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noshibby saying screw it to windows, and going 100% Linux - Page 3

post #21 of 40
Thread Starter 
been there done that, thanks anyway ErmaC
post #22 of 40
If you are at all a gamer, I advise keeping a small partition for Windows. At worst you will be out the installation space since NTFS writing support is common in most new distributions ( I can personally confirm it in Fedora 7 and Ubuntu 7.04 (it works for me at least))

Then install Linux, and you have a dual boot machine, meaning you can choose at boot up: LINUX ; WINDOWS; so you will be able to game. I assume you are a gamer since you have such an awesome GPU. The Linux distribution should give you an option / automatically add Windows as a boot-option in GRUB during the installation.

Ubuntu is great for beginners, and other people, too. Ubuntu is one of the ones geared to the general population / beginners.

As someone said above, "installing software from within Ubuntu" is not Ubuntu unique. Other distributions can do this too, i.e., Ubuntu has apt-get, Fedora yum, and others. It is definitely cool, nonetheless.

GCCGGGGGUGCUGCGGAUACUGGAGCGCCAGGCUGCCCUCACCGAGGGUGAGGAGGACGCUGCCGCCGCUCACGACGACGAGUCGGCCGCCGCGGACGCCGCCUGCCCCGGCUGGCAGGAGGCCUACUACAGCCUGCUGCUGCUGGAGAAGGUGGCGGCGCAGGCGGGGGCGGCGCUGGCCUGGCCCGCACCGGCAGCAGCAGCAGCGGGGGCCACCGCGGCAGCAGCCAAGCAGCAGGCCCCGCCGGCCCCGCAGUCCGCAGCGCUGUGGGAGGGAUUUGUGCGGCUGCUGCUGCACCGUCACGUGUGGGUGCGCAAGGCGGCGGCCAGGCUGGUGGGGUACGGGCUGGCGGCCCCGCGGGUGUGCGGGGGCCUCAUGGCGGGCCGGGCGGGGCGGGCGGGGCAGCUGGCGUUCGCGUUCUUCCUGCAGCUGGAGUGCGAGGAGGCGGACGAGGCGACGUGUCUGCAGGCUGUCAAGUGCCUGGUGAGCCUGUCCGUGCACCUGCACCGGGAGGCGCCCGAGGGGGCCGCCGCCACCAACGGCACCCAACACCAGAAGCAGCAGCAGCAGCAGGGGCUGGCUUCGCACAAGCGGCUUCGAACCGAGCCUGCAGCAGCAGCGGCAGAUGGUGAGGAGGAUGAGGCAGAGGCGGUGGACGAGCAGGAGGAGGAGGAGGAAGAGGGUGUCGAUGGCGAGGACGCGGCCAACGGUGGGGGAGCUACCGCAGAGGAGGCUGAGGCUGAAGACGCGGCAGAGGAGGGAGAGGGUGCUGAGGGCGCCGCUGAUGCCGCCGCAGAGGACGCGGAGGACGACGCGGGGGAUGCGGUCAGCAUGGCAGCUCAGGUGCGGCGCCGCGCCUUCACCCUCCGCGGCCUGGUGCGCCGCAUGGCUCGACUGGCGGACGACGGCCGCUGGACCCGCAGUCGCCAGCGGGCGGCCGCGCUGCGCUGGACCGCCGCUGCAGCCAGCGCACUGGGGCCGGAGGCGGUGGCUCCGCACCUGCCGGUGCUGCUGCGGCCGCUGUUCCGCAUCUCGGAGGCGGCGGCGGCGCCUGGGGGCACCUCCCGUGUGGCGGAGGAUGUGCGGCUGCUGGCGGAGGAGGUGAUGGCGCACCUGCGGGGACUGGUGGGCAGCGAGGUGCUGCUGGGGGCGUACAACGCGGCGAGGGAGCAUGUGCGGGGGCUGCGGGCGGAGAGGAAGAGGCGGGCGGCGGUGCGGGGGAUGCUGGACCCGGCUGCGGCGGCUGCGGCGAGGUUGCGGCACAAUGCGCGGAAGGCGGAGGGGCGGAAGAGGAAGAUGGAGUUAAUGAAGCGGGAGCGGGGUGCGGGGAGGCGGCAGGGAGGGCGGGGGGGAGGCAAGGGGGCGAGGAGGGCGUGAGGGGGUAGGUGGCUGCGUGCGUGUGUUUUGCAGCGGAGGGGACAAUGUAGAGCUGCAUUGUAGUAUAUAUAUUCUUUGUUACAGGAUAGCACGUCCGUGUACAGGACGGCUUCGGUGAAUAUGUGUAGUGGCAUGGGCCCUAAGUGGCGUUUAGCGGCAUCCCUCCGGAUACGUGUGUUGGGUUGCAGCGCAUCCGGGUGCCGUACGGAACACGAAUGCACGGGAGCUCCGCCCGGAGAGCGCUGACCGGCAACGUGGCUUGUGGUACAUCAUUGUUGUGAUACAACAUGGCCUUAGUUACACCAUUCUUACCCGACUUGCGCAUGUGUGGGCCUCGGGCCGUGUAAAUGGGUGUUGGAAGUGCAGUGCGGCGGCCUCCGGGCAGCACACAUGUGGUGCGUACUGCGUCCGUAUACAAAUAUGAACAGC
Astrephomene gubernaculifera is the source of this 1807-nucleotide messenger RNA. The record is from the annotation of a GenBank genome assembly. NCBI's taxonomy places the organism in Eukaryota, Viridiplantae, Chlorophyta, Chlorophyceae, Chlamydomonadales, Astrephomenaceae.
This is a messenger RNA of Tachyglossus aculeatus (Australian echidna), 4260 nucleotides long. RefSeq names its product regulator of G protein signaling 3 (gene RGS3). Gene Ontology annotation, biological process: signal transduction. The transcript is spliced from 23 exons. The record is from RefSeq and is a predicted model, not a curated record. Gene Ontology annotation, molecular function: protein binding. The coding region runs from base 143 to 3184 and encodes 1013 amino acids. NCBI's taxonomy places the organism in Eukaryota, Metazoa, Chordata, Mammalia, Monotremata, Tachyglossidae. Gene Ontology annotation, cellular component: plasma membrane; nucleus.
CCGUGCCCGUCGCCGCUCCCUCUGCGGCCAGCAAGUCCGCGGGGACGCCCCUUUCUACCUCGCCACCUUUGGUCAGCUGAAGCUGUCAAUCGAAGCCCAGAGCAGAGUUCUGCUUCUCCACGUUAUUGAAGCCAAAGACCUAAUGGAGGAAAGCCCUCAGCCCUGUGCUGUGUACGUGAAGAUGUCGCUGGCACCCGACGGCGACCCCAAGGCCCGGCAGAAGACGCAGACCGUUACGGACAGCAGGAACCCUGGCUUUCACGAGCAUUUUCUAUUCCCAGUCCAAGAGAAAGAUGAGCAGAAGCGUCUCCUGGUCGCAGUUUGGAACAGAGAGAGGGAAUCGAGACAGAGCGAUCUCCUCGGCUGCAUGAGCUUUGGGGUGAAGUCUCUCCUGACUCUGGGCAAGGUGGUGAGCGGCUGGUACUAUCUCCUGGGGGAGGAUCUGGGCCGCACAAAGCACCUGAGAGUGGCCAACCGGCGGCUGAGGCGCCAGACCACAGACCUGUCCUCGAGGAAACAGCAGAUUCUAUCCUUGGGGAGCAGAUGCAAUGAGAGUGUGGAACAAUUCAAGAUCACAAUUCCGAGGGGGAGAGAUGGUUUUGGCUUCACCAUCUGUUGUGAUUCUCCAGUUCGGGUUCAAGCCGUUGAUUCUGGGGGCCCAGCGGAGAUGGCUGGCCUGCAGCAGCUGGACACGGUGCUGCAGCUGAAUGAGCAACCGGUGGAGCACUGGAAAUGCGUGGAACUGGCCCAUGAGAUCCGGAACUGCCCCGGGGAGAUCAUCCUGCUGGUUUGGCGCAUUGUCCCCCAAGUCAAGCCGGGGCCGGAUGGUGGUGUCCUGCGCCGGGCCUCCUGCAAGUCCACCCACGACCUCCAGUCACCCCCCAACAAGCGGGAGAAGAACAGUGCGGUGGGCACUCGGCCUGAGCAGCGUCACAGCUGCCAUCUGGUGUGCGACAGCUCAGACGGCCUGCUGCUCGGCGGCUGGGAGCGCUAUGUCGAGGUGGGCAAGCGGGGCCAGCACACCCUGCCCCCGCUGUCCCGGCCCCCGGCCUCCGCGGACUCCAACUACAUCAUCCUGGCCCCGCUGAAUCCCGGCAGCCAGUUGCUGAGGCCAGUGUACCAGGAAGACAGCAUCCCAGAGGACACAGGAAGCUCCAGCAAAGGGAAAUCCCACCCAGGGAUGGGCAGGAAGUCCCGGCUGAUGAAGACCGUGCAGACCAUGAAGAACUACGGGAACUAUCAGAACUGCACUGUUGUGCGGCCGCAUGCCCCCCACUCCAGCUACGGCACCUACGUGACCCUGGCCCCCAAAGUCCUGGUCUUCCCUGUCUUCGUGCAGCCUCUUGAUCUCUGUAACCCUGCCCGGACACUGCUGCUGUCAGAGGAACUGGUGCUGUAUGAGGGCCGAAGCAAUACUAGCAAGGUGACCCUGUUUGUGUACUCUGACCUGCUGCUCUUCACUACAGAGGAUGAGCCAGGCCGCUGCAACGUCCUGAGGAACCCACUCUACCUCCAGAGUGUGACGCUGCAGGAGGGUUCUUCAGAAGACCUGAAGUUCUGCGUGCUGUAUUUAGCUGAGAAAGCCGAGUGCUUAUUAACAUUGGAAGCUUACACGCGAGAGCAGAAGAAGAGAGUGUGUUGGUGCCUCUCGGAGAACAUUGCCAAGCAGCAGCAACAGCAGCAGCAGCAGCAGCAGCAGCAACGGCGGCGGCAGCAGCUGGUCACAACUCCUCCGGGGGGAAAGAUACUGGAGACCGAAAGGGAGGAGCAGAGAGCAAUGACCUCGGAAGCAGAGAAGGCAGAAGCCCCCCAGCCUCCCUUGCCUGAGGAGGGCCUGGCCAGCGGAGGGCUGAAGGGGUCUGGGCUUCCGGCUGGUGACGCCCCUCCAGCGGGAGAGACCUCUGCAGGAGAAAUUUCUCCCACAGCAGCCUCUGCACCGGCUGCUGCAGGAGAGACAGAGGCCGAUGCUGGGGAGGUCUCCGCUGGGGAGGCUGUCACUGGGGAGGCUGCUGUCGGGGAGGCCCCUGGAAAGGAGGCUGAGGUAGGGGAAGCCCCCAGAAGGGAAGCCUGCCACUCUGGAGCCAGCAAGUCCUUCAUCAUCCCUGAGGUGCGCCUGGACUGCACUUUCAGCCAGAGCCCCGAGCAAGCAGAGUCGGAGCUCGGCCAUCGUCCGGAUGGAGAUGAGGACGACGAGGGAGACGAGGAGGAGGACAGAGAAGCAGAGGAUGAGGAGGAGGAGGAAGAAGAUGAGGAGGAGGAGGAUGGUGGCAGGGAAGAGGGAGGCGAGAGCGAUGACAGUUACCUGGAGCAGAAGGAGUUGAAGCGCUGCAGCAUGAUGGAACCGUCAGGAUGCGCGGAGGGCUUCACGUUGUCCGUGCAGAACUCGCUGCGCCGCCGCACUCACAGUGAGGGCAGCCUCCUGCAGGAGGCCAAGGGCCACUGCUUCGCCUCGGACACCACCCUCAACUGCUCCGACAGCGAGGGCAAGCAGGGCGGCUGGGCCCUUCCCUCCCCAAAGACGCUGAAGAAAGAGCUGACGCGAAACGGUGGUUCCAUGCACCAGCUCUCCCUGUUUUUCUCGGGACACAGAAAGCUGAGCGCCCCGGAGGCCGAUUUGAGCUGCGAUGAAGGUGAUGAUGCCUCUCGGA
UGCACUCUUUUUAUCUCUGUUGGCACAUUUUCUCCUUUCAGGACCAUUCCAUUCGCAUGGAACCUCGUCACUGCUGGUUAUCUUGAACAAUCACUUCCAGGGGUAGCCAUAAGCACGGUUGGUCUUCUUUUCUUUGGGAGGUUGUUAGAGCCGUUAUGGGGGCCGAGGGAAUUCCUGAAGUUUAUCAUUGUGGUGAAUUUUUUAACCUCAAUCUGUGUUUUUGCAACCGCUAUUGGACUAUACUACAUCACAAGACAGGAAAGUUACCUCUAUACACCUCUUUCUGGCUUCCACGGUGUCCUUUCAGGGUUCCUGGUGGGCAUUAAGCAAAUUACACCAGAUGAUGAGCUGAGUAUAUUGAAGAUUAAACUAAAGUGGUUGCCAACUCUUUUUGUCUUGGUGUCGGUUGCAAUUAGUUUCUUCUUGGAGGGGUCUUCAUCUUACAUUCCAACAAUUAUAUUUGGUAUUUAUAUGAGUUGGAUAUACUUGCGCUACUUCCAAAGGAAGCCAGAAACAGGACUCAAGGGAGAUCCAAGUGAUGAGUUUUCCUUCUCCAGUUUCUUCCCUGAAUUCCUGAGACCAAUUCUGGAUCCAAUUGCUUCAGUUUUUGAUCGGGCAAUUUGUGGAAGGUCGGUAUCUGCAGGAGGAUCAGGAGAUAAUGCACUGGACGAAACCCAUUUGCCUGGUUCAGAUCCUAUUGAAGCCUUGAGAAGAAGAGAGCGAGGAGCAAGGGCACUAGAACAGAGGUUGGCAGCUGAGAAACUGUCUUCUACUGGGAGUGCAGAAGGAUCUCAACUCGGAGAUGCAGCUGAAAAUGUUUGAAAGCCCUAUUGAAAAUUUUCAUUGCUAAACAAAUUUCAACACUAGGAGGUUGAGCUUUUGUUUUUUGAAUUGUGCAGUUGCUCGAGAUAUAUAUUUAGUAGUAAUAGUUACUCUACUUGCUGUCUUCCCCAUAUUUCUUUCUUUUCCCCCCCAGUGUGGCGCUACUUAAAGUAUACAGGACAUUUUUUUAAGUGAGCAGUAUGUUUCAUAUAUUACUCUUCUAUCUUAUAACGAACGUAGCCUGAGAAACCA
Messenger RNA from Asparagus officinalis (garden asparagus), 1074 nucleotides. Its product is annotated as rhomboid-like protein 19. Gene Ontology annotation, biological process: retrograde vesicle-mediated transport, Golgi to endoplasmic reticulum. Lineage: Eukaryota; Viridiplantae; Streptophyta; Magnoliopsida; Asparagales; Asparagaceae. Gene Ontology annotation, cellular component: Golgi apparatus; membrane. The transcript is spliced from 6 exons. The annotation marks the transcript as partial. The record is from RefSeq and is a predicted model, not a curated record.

The best way is to just install one and learn a little bit about it, then install another, until you find one you like. IMO, they are all basically the same, but with varying options, additions and specialties. You will find the one you like the most by experimenting with it!
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post #23 of 40
linux is hard work, harder than windows that's for sure. And are you really going to reboot everytime you want to use games? Then reboot back to linux, etc etc.

It's better in many ways except if you're lazy, windows vista does the job and I've not had any problems at all with it to be honest.
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post #24 of 40
Quote:
Originally Posted by d3mig0d View Post
Honestly, if you've never used Linux before, you're in for a world of trouble. Linux is basically a huge hassle, and say bye bye to gaming for the most part on Linux.
Roger. I advise you to get some "For Dummies" books. Don't go spending a whole lot of money, though.

Quote:
Originally Posted by RickJS View Post
Are you sure you wanna go full linux? Setting up RAID for linux is gonna piss you off, I mean it.

I guess if you really wanna then start off with ubuntu, or if you don't care about difficulty then try kororaa linux. http://kororaa.org/static.php?page=documentation
If you get Fedora 7, RAID drivers are built in. I use it and it works.